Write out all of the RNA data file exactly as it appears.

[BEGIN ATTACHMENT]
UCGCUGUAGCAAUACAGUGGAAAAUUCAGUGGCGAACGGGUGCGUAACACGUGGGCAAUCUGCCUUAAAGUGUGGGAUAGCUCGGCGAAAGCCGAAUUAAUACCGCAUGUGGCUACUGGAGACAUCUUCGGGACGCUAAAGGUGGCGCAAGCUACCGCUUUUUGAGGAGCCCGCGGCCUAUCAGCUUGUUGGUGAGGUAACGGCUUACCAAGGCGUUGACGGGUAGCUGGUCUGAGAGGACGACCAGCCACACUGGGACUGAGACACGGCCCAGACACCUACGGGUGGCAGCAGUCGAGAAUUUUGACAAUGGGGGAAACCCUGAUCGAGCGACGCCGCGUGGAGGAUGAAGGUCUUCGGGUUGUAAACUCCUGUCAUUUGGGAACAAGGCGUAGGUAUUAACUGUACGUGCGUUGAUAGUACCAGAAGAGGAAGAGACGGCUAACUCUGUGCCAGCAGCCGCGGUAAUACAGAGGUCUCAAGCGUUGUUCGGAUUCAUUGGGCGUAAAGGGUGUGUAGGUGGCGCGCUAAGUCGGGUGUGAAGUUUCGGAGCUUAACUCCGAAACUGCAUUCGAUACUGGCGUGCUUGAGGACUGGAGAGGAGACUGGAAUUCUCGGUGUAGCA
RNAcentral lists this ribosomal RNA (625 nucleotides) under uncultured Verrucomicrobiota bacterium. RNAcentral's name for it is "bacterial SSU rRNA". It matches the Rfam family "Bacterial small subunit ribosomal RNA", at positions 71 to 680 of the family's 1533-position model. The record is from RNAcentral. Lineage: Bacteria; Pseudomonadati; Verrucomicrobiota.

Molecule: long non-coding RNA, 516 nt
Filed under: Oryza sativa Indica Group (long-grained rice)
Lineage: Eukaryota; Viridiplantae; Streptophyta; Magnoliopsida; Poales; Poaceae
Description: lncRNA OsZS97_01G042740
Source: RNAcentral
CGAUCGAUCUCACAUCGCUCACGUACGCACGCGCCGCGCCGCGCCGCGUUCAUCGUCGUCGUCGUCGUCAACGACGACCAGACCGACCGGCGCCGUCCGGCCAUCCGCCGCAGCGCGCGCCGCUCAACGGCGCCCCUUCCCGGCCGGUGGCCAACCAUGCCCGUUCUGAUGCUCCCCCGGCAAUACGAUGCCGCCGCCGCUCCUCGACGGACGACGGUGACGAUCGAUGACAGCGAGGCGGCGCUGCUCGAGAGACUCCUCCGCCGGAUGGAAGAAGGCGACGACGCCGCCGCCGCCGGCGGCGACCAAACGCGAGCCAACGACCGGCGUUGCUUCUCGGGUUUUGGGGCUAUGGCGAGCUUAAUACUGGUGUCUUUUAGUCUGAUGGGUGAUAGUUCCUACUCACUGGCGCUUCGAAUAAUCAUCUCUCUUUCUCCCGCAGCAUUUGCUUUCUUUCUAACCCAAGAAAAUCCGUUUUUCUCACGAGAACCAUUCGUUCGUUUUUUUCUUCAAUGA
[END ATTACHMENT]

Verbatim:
UCGCUGUAGCAAUACAGUGGAAAAUUCAGUGGCGAACGGGUGCGUAACACGUGGGCAAUCUGCCUUAAAGUGUGGGAUAGCUCGGCGAAAGCCGAAUUAAUACCGCAUGUGGCUACUGGAGACAUCUUCGGGACGCUAAAGGUGGCGCAAGCUACCGCUUUUUGAGGAGCCCGCGGCCUAUCAGCUUGUUGGUGAGGUAACGGCUUACCAAGGCGUUGACGGGUAGCUGGUCUGAGAGGACGACCAGCCACACUGGGACUGAGACACGGCCCAGACACCUACGGGUGGCAGCAGUCGAGAAUUUUGACAAUGGGGGAAACCCUGAUCGAGCGACGCCGCGUGGAGGAUGAAGGUCUUCGGGUUGUAAACUCCUGUCAUUUGGGAACAAGGCGUAGGUAUUAACUGUACGUGCGUUGAUAGUACCAGAAGAGGAAGAGACGGCUAACUCUGUGCCAGCAGCCGCGGUAAUACAGAGGUCUCAAGCGUUGUUCGGAUUCAUUGGGCGUAAAGGGUGUGUAGGUGGCGCGCUAAGUCGGGUGUGAAGUUUCGGAGCUUAACUCCGAAACUGCAUUCGAUACUGGCGUGCUUGAGGACUGGAGAGGAGACUGGAAUUCUCGGUGUAGCA
RNAcentral lists this ribosomal RNA (625 nucleotides) under uncultured Verrucomicrobiota bacterium. RNAcentral's name for it is "bacterial SSU rRNA". It matches the Rfam family "Bacterial small subunit ribosomal RNA", at positions 71 to 680 of the family's 1533-position model. The record is from RNAcentral. Lineage: Bacteria; Pseudomonadati; Verrucomicrobiota.

Molecule: long non-coding RNA, 516 nt
Filed under: Oryza sativa Indica Group (long-grained rice)
Lineage: Eukaryota; Viridiplantae; Streptophyta; Magnoliopsida; Poales; Poaceae
Description: lncRNA OsZS97_01G042740
Source: RNAcentral
CGAUCGAUCUCACAUCGCUCACGUACGCACGCGCCGCGCCGCGCCGCGUUCAUCGUCGUCGUCGUCGUCAACGACGACCAGACCGACCGGCGCCGUCCGGCCAUCCGCCGCAGCGCGCGCCGCUCAACGGCGCCCCUUCCCGGCCGGUGGCCAACCAUGCCCGUUCUGAUGCUCCCCCGGCAAUACGAUGCCGCCGCCGCUCCUCGACGGACGACGGUGACGAUCGAUGACAGCGAGGCGGCGCUGCUCGAGAGACUCCUCCGCCGGAUGGAAGAAGGCGACGACGCCGCCGCCGCCGGCGGCGACCAAACGCGAGCCAACGACCGGCGUUGCUUCUCGGGUUUUGGGGCUAUGGCGAGCUUAAUACUGGUGUCUUUUAGUCUGAUGGGUGAUAGUUCCUACUCACUGGCGCUUCGAAUAAUCAUCUCUCUUUCUCCCGCAGCAUUUGCUUUCUUUCUAACCCAAGAAAAUCCGUUUUUCUCACGAGAACCAUUCGUUCGUUUUUUUCUUCAAUGA